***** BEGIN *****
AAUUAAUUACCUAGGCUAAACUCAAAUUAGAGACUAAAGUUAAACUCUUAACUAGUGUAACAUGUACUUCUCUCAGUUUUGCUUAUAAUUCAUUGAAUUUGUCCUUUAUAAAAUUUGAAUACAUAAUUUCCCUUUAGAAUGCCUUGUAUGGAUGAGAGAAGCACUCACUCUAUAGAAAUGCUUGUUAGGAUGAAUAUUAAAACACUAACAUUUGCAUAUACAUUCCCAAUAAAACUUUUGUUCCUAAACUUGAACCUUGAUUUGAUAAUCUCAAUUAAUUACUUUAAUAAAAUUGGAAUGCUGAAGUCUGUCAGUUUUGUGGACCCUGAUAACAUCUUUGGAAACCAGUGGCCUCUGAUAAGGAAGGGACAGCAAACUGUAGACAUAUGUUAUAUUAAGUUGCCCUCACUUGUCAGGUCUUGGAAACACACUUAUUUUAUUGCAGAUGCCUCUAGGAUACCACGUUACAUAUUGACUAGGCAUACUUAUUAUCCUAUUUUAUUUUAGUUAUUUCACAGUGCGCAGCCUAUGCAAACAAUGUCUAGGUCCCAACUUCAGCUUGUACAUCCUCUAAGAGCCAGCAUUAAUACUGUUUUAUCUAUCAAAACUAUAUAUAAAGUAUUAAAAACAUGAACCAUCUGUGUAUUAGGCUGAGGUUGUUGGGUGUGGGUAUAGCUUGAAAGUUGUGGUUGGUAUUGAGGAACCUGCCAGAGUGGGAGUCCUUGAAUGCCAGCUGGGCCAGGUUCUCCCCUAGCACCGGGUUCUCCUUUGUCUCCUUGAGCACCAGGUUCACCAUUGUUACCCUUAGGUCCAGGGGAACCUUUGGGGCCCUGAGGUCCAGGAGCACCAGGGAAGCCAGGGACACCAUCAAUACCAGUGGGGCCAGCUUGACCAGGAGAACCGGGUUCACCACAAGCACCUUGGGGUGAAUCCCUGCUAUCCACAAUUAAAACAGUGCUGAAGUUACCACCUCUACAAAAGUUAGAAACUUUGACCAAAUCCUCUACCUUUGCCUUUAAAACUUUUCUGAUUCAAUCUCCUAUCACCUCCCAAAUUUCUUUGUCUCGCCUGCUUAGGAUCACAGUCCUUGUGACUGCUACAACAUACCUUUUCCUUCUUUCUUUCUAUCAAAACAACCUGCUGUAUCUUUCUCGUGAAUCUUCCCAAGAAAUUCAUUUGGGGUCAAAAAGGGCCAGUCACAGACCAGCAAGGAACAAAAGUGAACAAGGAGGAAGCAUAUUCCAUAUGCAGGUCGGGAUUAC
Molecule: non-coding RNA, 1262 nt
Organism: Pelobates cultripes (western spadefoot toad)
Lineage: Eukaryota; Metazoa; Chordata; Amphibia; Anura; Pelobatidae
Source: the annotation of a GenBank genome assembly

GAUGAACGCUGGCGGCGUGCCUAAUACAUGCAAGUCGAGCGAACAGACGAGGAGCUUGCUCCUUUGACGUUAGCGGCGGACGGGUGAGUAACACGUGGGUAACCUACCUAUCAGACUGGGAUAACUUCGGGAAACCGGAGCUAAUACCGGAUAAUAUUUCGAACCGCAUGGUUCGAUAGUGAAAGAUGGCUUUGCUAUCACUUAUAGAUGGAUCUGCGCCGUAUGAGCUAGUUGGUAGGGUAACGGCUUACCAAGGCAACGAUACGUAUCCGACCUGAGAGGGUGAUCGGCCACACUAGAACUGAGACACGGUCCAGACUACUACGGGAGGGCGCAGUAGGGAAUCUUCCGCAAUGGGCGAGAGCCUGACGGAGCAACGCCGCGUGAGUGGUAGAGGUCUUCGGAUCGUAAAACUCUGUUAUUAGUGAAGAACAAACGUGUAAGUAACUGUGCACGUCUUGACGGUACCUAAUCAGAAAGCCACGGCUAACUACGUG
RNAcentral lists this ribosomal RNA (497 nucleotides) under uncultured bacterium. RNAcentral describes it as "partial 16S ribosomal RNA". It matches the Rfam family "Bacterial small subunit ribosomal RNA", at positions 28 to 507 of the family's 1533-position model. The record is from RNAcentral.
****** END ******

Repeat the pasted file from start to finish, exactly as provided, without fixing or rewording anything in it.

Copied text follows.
AAUUAAUUACCUAGGCUAAACUCAAAUUAGAGACUAAAGUUAAACUCUUAACUAGUGUAACAUGUACUUCUCUCAGUUUUGCUUAUAAUUCAUUGAAUUUGUCCUUUAUAAAAUUUGAAUACAUAAUUUCCCUUUAGAAUGCCUUGUAUGGAUGAGAGAAGCACUCACUCUAUAGAAAUGCUUGUUAGGAUGAAUAUUAAAACACUAACAUUUGCAUAUACAUUCCCAAUAAAACUUUUGUUCCUAAACUUGAACCUUGAUUUGAUAAUCUCAAUUAAUUACUUUAAUAAAAUUGGAAUGCUGAAGUCUGUCAGUUUUGUGGACCCUGAUAACAUCUUUGGAAACCAGUGGCCUCUGAUAAGGAAGGGACAGCAAACUGUAGACAUAUGUUAUAUUAAGUUGCCCUCACUUGUCAGGUCUUGGAAACACACUUAUUUUAUUGCAGAUGCCUCUAGGAUACCACGUUACAUAUUGACUAGGCAUACUUAUUAUCCUAUUUUAUUUUAGUUAUUUCACAGUGCGCAGCCUAUGCAAACAAUGUCUAGGUCCCAACUUCAGCUUGUACAUCCUCUAAGAGCCAGCAUUAAUACUGUUUUAUCUAUCAAAACUAUAUAUAAAGUAUUAAAAACAUGAACCAUCUGUGUAUUAGGCUGAGGUUGUUGGGUGUGGGUAUAGCUUGAAAGUUGUGGUUGGUAUUGAGGAACCUGCCAGAGUGGGAGUCCUUGAAUGCCAGCUGGGCCAGGUUCUCCCCUAGCACCGGGUUCUCCUUUGUCUCCUUGAGCACCAGGUUCACCAUUGUUACCCUUAGGUCCAGGGGAACCUUUGGGGCCCUGAGGUCCAGGAGCACCAGGGAAGCCAGGGACACCAUCAAUACCAGUGGGGCCAGCUUGACCAGGAGAACCGGGUUCACCACAAGCACCUUGGGGUGAAUCCCUGCUAUCCACAAUUAAAACAGUGCUGAAGUUACCACCUCUACAAAAGUUAGAAACUUUGACCAAAUCCUCUACCUUUGCCUUUAAAACUUUUCUGAUUCAAUCUCCUAUCACCUCCCAAAUUUCUUUGUCUCGCCUGCUUAGGAUCACAGUCCUUGUGACUGCUACAACAUACCUUUUCCUUCUUUCUUUCUAUCAAAACAACCUGCUGUAUCUUUCUCGUGAAUCUUCCCAAGAAAUUCAUUUGGGGUCAAAAAGGGCCAGUCACAGACCAGCAAGGAACAAAAGUGAACAAGGAGGAAGCAUAUUCCAUAUGCAGGUCGGGAUUAC
Molecule: non-coding RNA, 1262 nt
Organism: Pelobates cultripes (western spadefoot toad)
Lineage: Eukaryota; Metazoa; Chordata; Amphibia; Anura; Pelobatidae
Source: the annotation of a GenBank genome assembly

GAUGAACGCUGGCGGCGUGCCUAAUACAUGCAAGUCGAGCGAACAGACGAGGAGCUUGCUCCUUUGACGUUAGCGGCGGACGGGUGAGUAACACGUGGGUAACCUACCUAUCAGACUGGGAUAACUUCGGGAAACCGGAGCUAAUACCGGAUAAUAUUUCGAACCGCAUGGUUCGAUAGUGAAAGAUGGCUUUGCUAUCACUUAUAGAUGGAUCUGCGCCGUAUGAGCUAGUUGGUAGGGUAACGGCUUACCAAGGCAACGAUACGUAUCCGACCUGAGAGGGUGAUCGGCCACACUAGAACUGAGACACGGUCCAGACUACUACGGGAGGGCGCAGUAGGGAAUCUUCCGCAAUGGGCGAGAGCCUGACGGAGCAACGCCGCGUGAGUGGUAGAGGUCUUCGGAUCGUAAAACUCUGUUAUUAGUGAAGAACAAACGUGUAAGUAACUGUGCACGUCUUGACGGUACCUAAUCAGAAAGCCACGGCUAACUACGUG
RNAcentral lists this ribosomal RNA (497 nucleotides) under uncultured bacterium. RNAcentral describes it as "partial 16S ribosomal RNA". It matches the Rfam family "Bacterial small subunit ribosomal RNA", at positions 28 to 507 of the family's 1533-position model. The record is from RNAcentral.